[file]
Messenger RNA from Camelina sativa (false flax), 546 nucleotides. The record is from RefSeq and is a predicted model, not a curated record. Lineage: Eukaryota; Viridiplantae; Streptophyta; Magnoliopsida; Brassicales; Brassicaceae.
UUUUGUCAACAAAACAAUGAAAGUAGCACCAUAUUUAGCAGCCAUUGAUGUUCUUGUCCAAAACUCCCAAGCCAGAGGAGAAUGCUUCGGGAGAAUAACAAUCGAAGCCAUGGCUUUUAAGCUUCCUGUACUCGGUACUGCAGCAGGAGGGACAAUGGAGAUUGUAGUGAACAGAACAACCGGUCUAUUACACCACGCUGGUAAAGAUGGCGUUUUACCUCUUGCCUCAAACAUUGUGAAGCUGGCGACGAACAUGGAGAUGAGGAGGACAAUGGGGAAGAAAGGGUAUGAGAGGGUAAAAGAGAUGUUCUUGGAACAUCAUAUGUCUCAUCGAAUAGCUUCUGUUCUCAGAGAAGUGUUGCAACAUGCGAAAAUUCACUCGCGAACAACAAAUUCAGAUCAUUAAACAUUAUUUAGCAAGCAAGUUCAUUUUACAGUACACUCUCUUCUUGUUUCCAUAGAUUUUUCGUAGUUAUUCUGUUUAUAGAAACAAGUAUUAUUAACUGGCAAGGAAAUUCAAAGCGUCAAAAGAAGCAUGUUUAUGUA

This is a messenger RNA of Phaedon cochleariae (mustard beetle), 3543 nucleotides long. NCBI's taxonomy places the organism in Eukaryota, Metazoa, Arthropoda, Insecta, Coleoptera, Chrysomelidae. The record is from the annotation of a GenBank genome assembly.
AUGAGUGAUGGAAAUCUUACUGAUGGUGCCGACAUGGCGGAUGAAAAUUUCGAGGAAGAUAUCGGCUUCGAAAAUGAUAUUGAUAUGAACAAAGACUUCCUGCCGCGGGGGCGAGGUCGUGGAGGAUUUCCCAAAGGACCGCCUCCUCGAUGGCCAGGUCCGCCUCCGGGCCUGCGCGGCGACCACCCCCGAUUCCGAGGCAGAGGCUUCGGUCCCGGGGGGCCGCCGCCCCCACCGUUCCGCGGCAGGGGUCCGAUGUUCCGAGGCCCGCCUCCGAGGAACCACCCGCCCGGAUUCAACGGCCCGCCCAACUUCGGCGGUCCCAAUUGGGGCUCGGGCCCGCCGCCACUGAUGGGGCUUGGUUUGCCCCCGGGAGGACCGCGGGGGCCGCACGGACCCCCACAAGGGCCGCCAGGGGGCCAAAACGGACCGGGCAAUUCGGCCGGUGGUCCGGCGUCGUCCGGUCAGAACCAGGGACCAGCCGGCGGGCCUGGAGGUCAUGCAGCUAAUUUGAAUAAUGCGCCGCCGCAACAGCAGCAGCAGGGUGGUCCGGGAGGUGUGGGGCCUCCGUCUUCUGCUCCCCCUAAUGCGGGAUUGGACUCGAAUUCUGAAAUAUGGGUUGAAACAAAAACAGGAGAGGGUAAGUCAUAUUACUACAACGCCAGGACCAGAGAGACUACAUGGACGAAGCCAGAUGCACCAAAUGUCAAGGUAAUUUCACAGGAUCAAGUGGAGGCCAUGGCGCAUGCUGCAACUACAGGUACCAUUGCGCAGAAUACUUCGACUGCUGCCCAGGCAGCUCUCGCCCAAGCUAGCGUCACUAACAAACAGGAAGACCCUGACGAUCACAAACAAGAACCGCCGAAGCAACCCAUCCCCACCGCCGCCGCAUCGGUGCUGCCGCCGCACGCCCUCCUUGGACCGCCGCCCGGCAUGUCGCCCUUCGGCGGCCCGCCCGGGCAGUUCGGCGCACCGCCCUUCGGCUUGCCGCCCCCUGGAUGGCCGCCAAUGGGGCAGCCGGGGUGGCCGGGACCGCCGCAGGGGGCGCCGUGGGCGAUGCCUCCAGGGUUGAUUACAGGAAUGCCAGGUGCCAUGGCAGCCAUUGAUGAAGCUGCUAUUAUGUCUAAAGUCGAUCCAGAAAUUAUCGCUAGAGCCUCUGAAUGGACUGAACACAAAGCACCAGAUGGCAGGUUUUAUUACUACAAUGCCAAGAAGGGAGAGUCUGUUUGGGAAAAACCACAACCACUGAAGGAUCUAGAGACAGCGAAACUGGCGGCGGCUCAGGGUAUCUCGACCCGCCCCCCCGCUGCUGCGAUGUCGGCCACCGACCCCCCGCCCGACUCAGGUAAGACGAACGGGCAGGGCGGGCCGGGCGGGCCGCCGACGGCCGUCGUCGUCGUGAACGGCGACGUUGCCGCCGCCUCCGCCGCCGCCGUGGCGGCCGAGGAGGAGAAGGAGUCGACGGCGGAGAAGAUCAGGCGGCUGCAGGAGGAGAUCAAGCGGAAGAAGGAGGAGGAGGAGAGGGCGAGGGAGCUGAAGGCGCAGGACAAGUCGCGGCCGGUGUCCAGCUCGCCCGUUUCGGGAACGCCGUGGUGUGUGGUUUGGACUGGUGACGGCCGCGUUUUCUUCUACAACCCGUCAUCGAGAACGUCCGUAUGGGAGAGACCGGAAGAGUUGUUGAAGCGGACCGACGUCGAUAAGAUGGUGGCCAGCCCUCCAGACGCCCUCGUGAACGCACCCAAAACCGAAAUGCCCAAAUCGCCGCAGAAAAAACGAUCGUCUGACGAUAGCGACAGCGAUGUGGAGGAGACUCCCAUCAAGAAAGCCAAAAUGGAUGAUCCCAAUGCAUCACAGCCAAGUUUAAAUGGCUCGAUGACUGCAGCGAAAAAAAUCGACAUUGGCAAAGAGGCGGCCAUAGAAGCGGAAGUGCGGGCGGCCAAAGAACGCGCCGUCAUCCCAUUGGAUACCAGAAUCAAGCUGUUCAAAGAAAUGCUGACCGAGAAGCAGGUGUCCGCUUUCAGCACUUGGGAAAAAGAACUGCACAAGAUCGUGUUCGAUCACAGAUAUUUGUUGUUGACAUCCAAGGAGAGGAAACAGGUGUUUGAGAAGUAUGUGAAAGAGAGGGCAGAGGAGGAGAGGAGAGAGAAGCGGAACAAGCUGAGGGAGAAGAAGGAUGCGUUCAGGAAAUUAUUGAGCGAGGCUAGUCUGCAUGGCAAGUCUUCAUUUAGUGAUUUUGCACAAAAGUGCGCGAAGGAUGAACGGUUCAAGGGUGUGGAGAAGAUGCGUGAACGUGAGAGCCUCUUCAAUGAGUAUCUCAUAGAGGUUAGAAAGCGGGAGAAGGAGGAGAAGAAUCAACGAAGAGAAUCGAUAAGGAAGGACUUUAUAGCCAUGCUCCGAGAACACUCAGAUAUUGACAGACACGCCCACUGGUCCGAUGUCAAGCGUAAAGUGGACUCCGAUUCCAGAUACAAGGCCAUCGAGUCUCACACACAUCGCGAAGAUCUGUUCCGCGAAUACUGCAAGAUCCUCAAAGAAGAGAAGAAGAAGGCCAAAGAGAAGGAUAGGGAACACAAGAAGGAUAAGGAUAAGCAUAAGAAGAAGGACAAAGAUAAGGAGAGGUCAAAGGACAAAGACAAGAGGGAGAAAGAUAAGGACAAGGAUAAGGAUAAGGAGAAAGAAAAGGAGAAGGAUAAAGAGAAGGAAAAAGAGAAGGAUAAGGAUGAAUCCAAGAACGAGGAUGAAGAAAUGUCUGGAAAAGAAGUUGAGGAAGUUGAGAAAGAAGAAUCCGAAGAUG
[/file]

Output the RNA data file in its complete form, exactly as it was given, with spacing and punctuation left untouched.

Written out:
Messenger RNA from Camelina sativa (false flax), 546 nucleotides. The record is from RefSeq and is a predicted model, not a curated record. Lineage: Eukaryota; Viridiplantae; Streptophyta; Magnoliopsida; Brassicales; Brassicaceae.
UUUUGUCAACAAAACAAUGAAAGUAGCACCAUAUUUAGCAGCCAUUGAUGUUCUUGUCCAAAACUCCCAAGCCAGAGGAGAAUGCUUCGGGAGAAUAACAAUCGAAGCCAUGGCUUUUAAGCUUCCUGUACUCGGUACUGCAGCAGGAGGGACAAUGGAGAUUGUAGUGAACAGAACAACCGGUCUAUUACACCACGCUGGUAAAGAUGGCGUUUUACCUCUUGCCUCAAACAUUGUGAAGCUGGCGACGAACAUGGAGAUGAGGAGGACAAUGGGGAAGAAAGGGUAUGAGAGGGUAAAAGAGAUGUUCUUGGAACAUCAUAUGUCUCAUCGAAUAGCUUCUGUUCUCAGAGAAGUGUUGCAACAUGCGAAAAUUCACUCGCGAACAACAAAUUCAGAUCAUUAAACAUUAUUUAGCAAGCAAGUUCAUUUUACAGUACACUCUCUUCUUGUUUCCAUAGAUUUUUCGUAGUUAUUCUGUUUAUAGAAACAAGUAUUAUUAACUGGCAAGGAAAUUCAAAGCGUCAAAAGAAGCAUGUUUAUGUA

This is a messenger RNA of Phaedon cochleariae (mustard beetle), 3543 nucleotides long. NCBI's taxonomy places the organism in Eukaryota, Metazoa, Arthropoda, Insecta, Coleoptera, Chrysomelidae. The record is from the annotation of a GenBank genome assembly.
AUGAGUGAUGGAAAUCUUACUGAUGGUGCCGACAUGGCGGAUGAAAAUUUCGAGGAAGAUAUCGGCUUCGAAAAUGAUAUUGAUAUGAACAAAGACUUCCUGCCGCGGGGGCGAGGUCGUGGAGGAUUUCCCAAAGGACCGCCUCCUCGAUGGCCAGGUCCGCCUCCGGGCCUGCGCGGCGACCACCCCCGAUUCCGAGGCAGAGGCUUCGGUCCCGGGGGGCCGCCGCCCCCACCGUUCCGCGGCAGGGGUCCGAUGUUCCGAGGCCCGCCUCCGAGGAACCACCCGCCCGGAUUCAACGGCCCGCCCAACUUCGGCGGUCCCAAUUGGGGCUCGGGCCCGCCGCCACUGAUGGGGCUUGGUUUGCCCCCGGGAGGACCGCGGGGGCCGCACGGACCCCCACAAGGGCCGCCAGGGGGCCAAAACGGACCGGGCAAUUCGGCCGGUGGUCCGGCGUCGUCCGGUCAGAACCAGGGACCAGCCGGCGGGCCUGGAGGUCAUGCAGCUAAUUUGAAUAAUGCGCCGCCGCAACAGCAGCAGCAGGGUGGUCCGGGAGGUGUGGGGCCUCCGUCUUCUGCUCCCCCUAAUGCGGGAUUGGACUCGAAUUCUGAAAUAUGGGUUGAAACAAAAACAGGAGAGGGUAAGUCAUAUUACUACAACGCCAGGACCAGAGAGACUACAUGGACGAAGCCAGAUGCACCAAAUGUCAAGGUAAUUUCACAGGAUCAAGUGGAGGCCAUGGCGCAUGCUGCAACUACAGGUACCAUUGCGCAGAAUACUUCGACUGCUGCCCAGGCAGCUCUCGCCCAAGCUAGCGUCACUAACAAACAGGAAGACCCUGACGAUCACAAACAAGAACCGCCGAAGCAACCCAUCCCCACCGCCGCCGCAUCGGUGCUGCCGCCGCACGCCCUCCUUGGACCGCCGCCCGGCAUGUCGCCCUUCGGCGGCCCGCCCGGGCAGUUCGGCGCACCGCCCUUCGGCUUGCCGCCCCCUGGAUGGCCGCCAAUGGGGCAGCCGGGGUGGCCGGGACCGCCGCAGGGGGCGCCGUGGGCGAUGCCUCCAGGGUUGAUUACAGGAAUGCCAGGUGCCAUGGCAGCCAUUGAUGAAGCUGCUAUUAUGUCUAAAGUCGAUCCAGAAAUUAUCGCUAGAGCCUCUGAAUGGACUGAACACAAAGCACCAGAUGGCAGGUUUUAUUACUACAAUGCCAAGAAGGGAGAGUCUGUUUGGGAAAAACCACAACCACUGAAGGAUCUAGAGACAGCGAAACUGGCGGCGGCUCAGGGUAUCUCGACCCGCCCCCCCGCUGCUGCGAUGUCGGCCACCGACCCCCCGCCCGACUCAGGUAAGACGAACGGGCAGGGCGGGCCGGGCGGGCCGCCGACGGCCGUCGUCGUCGUGAACGGCGACGUUGCCGCCGCCUCCGCCGCCGCCGUGGCGGCCGAGGAGGAGAAGGAGUCGACGGCGGAGAAGAUCAGGCGGCUGCAGGAGGAGAUCAAGCGGAAGAAGGAGGAGGAGGAGAGGGCGAGGGAGCUGAAGGCGCAGGACAAGUCGCGGCCGGUGUCCAGCUCGCCCGUUUCGGGAACGCCGUGGUGUGUGGUUUGGACUGGUGACGGCCGCGUUUUCUUCUACAACCCGUCAUCGAGAACGUCCGUAUGGGAGAGACCGGAAGAGUUGUUGAAGCGGACCGACGUCGAUAAGAUGGUGGCCAGCCCUCCAGACGCCCUCGUGAACGCACCCAAAACCGAAAUGCCCAAAUCGCCGCAGAAAAAACGAUCGUCUGACGAUAGCGACAGCGAUGUGGAGGAGACUCCCAUCAAGAAAGCCAAAAUGGAUGAUCCCAAUGCAUCACAGCCAAGUUUAAAUGGCUCGAUGACUGCAGCGAAAAAAAUCGACAUUGGCAAAGAGGCGGCCAUAGAAGCGGAAGUGCGGGCGGCCAAAGAACGCGCCGUCAUCCCAUUGGAUACCAGAAUCAAGCUGUUCAAAGAAAUGCUGACCGAGAAGCAGGUGUCCGCUUUCAGCACUUGGGAAAAAGAACUGCACAAGAUCGUGUUCGAUCACAGAUAUUUGUUGUUGACAUCCAAGGAGAGGAAACAGGUGUUUGAGAAGUAUGUGAAAGAGAGGGCAGAGGAGGAGAGGAGAGAGAAGCGGAACAAGCUGAGGGAGAAGAAGGAUGCGUUCAGGAAAUUAUUGAGCGAGGCUAGUCUGCAUGGCAAGUCUUCAUUUAGUGAUUUUGCACAAAAGUGCGCGAAGGAUGAACGGUUCAAGGGUGUGGAGAAGAUGCGUGAACGUGAGAGCCUCUUCAAUGAGUAUCUCAUAGAGGUUAGAAAGCGGGAGAAGGAGGAGAAGAAUCAACGAAGAGAAUCGAUAAGGAAGGACUUUAUAGCCAUGCUCCGAGAACACUCAGAUAUUGACAGACACGCCCACUGGUCCGAUGUCAAGCGUAAAGUGGACUCCGAUUCCAGAUACAAGGCCAUCGAGUCUCACACACAUCGCGAAGAUCUGUUCCGCGAAUACUGCAAGAUCCUCAAAGAAGAGAAGAAGAAGGCCAAAGAGAAGGAUAGGGAACACAAGAAGGAUAAGGAUAAGCAUAAGAAGAAGGACAAAGAUAAGGAGAGGUCAAAGGACAAAGACAAGAGGGAGAAAGAUAAGGACAAGGAUAAGGAUAAGGAGAAAGAAAAGGAGAAGGAUAAAGAGAAGGAAAAAGAGAAGGAUAAGGAUGAAUCCAAGAACGAGGAUGAAGAAAUGUCUGGAAAAGAAGUUGAGGAAGUUGAGAAAGAAGAAUCCGAAGAUG